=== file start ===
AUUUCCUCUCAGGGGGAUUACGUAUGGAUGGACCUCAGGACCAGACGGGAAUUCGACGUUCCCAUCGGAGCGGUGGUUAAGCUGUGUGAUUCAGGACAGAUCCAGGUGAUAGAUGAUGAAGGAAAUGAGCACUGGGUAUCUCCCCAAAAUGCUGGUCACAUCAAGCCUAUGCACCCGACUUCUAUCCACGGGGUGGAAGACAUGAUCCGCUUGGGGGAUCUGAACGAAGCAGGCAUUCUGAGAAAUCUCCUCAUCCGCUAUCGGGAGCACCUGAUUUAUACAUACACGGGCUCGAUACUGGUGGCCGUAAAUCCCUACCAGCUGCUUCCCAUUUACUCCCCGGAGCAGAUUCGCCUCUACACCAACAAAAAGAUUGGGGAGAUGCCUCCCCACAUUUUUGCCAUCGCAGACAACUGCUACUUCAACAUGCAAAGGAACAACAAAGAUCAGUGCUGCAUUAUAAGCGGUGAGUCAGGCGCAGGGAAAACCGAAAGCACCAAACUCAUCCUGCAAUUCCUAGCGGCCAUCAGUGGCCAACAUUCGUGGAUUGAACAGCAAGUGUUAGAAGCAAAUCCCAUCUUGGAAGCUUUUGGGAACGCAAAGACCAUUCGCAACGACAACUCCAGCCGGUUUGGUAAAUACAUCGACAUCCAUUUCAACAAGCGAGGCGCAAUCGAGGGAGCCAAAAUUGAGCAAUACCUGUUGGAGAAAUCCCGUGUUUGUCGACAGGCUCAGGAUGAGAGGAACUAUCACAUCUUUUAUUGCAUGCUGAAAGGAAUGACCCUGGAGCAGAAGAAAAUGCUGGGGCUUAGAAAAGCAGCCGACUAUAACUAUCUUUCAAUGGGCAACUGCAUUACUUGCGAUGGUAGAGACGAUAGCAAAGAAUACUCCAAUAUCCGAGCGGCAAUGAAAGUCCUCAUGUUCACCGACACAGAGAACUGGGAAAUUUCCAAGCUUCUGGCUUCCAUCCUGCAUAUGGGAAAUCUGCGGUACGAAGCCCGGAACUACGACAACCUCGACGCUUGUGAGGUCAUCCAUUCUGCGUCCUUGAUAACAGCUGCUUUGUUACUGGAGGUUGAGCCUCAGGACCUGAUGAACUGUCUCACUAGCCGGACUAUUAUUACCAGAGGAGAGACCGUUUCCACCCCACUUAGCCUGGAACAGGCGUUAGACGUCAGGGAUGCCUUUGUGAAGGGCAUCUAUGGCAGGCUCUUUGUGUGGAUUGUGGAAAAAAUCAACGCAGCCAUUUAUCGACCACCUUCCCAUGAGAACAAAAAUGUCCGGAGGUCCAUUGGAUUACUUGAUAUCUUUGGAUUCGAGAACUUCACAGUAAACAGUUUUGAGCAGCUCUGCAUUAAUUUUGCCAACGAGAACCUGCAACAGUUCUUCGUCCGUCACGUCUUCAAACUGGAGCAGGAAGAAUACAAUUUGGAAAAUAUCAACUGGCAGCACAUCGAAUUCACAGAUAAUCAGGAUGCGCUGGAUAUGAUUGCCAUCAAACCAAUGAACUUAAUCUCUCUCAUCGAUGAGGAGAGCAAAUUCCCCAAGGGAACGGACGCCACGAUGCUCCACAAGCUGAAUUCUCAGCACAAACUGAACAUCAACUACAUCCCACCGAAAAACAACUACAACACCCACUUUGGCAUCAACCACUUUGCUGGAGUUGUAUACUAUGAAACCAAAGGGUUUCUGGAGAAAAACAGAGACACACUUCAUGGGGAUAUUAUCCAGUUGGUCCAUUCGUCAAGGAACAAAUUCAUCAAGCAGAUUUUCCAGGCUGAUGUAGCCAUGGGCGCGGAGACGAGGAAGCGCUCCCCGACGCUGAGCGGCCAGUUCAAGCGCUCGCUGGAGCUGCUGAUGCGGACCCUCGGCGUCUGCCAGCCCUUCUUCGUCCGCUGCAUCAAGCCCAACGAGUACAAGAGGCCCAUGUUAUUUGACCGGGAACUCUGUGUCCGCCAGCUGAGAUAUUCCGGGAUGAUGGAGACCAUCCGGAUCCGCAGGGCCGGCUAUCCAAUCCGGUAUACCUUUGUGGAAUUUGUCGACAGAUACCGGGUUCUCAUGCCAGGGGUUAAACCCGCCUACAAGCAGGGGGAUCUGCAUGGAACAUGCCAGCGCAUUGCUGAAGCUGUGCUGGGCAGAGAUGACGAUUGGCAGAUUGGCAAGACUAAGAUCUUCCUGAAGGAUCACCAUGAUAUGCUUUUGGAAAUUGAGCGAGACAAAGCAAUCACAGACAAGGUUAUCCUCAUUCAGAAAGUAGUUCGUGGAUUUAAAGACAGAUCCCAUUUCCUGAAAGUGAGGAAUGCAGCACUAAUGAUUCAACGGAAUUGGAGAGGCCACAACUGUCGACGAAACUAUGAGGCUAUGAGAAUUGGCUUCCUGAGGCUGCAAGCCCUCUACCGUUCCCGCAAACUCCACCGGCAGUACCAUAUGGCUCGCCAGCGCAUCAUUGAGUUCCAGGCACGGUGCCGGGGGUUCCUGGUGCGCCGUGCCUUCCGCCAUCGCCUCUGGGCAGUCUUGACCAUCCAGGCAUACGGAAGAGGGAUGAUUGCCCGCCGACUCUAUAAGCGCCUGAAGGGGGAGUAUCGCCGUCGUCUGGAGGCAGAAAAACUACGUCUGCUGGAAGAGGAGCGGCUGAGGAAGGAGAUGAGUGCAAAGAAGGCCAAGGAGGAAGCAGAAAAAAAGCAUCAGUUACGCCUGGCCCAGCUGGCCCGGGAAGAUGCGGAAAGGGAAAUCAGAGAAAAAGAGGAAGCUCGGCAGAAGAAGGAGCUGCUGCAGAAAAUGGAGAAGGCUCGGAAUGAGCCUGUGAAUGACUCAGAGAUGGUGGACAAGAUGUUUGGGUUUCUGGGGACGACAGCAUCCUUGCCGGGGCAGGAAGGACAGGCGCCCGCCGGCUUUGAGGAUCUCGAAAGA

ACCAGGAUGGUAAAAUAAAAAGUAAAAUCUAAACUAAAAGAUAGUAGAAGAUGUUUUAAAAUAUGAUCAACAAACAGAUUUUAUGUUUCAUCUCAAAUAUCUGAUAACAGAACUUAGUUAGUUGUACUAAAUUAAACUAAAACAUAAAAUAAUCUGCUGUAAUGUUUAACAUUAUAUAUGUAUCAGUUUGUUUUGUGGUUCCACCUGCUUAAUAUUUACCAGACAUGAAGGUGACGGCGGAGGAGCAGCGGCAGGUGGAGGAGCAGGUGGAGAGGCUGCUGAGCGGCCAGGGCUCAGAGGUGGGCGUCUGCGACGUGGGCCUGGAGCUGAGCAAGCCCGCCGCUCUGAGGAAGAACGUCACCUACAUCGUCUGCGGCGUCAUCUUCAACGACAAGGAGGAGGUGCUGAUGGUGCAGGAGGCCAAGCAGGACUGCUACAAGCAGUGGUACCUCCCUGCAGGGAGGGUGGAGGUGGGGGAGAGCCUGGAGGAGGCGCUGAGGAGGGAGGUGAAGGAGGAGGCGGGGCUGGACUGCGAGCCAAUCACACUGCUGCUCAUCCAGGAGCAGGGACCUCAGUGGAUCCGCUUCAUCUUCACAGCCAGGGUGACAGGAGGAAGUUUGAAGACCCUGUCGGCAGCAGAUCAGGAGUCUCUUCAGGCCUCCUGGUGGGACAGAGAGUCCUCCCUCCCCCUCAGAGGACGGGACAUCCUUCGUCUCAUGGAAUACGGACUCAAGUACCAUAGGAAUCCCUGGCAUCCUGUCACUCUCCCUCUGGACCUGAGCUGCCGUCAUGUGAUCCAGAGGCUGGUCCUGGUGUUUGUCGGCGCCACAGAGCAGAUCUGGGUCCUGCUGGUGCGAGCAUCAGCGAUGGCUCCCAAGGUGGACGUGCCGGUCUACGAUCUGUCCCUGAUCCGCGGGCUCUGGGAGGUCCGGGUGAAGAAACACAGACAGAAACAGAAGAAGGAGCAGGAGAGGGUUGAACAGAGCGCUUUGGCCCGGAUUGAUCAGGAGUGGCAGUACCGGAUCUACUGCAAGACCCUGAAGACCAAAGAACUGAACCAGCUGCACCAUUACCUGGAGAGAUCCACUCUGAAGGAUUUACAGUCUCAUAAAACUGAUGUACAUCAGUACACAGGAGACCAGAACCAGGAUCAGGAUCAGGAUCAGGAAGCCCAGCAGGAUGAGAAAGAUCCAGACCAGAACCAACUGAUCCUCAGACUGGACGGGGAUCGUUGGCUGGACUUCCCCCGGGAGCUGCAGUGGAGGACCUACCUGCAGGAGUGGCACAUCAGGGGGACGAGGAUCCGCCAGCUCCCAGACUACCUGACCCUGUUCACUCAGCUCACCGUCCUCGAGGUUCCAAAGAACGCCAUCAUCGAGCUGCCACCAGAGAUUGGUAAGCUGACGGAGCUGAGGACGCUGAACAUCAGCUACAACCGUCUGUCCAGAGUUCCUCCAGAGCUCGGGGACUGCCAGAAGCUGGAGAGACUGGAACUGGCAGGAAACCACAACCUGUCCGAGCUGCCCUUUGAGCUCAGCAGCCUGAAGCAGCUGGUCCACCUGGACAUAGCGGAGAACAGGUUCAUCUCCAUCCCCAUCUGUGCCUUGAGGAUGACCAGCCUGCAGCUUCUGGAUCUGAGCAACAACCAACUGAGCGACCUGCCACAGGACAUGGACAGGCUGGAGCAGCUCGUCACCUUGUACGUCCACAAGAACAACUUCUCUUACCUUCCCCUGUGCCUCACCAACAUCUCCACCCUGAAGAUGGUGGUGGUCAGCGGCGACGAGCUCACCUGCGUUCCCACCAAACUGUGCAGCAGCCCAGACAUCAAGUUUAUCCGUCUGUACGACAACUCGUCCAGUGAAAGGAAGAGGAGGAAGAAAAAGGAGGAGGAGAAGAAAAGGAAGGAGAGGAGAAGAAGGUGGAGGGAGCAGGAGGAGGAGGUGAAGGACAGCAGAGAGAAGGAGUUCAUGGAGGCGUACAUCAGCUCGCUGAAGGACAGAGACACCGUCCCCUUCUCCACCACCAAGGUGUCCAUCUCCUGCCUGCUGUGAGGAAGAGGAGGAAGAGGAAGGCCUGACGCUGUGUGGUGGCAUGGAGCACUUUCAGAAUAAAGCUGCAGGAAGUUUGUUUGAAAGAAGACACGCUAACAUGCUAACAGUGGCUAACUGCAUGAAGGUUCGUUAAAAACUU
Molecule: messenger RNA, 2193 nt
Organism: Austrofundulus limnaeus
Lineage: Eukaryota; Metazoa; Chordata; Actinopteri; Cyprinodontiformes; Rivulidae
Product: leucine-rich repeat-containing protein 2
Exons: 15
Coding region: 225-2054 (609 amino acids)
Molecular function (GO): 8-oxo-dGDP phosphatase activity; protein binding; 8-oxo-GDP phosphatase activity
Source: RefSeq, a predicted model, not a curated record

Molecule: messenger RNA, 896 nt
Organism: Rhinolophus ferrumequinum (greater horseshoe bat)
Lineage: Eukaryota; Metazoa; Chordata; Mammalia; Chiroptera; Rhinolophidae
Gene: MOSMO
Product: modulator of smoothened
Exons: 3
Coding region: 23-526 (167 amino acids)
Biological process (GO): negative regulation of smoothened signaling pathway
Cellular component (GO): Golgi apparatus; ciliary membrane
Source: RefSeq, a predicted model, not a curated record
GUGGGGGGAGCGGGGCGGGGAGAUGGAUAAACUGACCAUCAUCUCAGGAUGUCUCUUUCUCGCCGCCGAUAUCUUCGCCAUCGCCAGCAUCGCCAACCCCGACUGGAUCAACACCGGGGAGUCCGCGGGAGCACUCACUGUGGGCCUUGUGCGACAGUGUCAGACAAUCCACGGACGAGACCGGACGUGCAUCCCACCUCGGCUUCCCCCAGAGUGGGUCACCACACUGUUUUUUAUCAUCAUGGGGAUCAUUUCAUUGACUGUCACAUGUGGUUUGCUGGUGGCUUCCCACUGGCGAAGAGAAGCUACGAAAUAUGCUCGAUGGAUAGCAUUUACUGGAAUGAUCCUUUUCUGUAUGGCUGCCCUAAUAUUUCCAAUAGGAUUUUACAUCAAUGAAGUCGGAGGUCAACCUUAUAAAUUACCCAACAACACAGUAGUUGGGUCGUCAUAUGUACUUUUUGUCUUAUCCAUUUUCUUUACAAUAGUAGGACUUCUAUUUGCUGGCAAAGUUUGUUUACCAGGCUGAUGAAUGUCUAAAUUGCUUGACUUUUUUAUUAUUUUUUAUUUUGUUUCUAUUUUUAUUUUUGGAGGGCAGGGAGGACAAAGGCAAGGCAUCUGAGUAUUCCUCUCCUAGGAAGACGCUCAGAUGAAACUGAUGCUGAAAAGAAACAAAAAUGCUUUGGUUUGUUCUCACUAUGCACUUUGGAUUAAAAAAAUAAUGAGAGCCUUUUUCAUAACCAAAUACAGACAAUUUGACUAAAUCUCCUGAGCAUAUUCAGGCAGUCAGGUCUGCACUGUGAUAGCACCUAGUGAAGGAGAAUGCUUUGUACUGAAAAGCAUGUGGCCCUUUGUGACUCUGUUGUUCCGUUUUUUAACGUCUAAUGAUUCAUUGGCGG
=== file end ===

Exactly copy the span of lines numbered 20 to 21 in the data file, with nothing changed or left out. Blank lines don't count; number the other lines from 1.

Source: RefSeq, a predicted model, not a curated record
GUGGGGGGAGCGGGGCGGGGAGAUGGAUAAACUGACCAUCAUCUCAGGAUGUCUCUUUCUCGCCGCCGAUAUCUUCGCCAUCGCCAGCAUCGCCAACCCCGACUGGAUCAACACCGGGGAGUCCGCGGGAGCACUCACUGUGGGCCUUGUGCGACAGUGUCAGACAAUCCACGGACGAGACCGGACGUGCAUCCCACCUCGGCUUCCCCCAGAGUGGGUCACCACACUGUUUUUUAUCAUCAUGGGGAUCAUUUCAUUGACUGUCACAUGUGGUUUGCUGGUGGCUUCCCACUGGCGAAGAGAAGCUACGAAAUAUGCUCGAUGGAUAGCAUUUACUGGAAUGAUCCUUUUCUGUAUGGCUGCCCUAAUAUUUCCAAUAGGAUUUUACAUCAAUGAAGUCGGAGGUCAACCUUAUAAAUUACCCAACAACACAGUAGUUGGGUCGUCAUAUGUACUUUUUGUCUUAUCCAUUUUCUUUACAAUAGUAGGACUUCUAUUUGCUGGCAAAGUUUGUUUACCAGGCUGAUGAAUGUCUAAAUUGCUUGACUUUUUUAUUAUUUUUUAUUUUGUUUCUAUUUUUAUUUUUGGAGGGCAGGGAGGACAAAGGCAAGGCAUCUGAGUAUUCCUCUCCUAGGAAGACGCUCAGAUGAAACUGAUGCUGAAAAGAAACAAAAAUGCUUUGGUUUGUUCUCACUAUGCACUUUGGAUUAAAAAAAUAAUGAGAGCCUUUUUCAUAACCAAAUACAGACAAUUUGACUAAAUCUCCUGAGCAUAUUCAGGCAGUCAGGUCUGCACUGUGAUAGCACCUAGUGAAGGAGAAUGCUUUGUACUGAAAAGCAUGUGGCCCUUUGUGACUCUGUUGUUCCGUUUUUUAACGUCUAAUGAUUCAUUGGCGG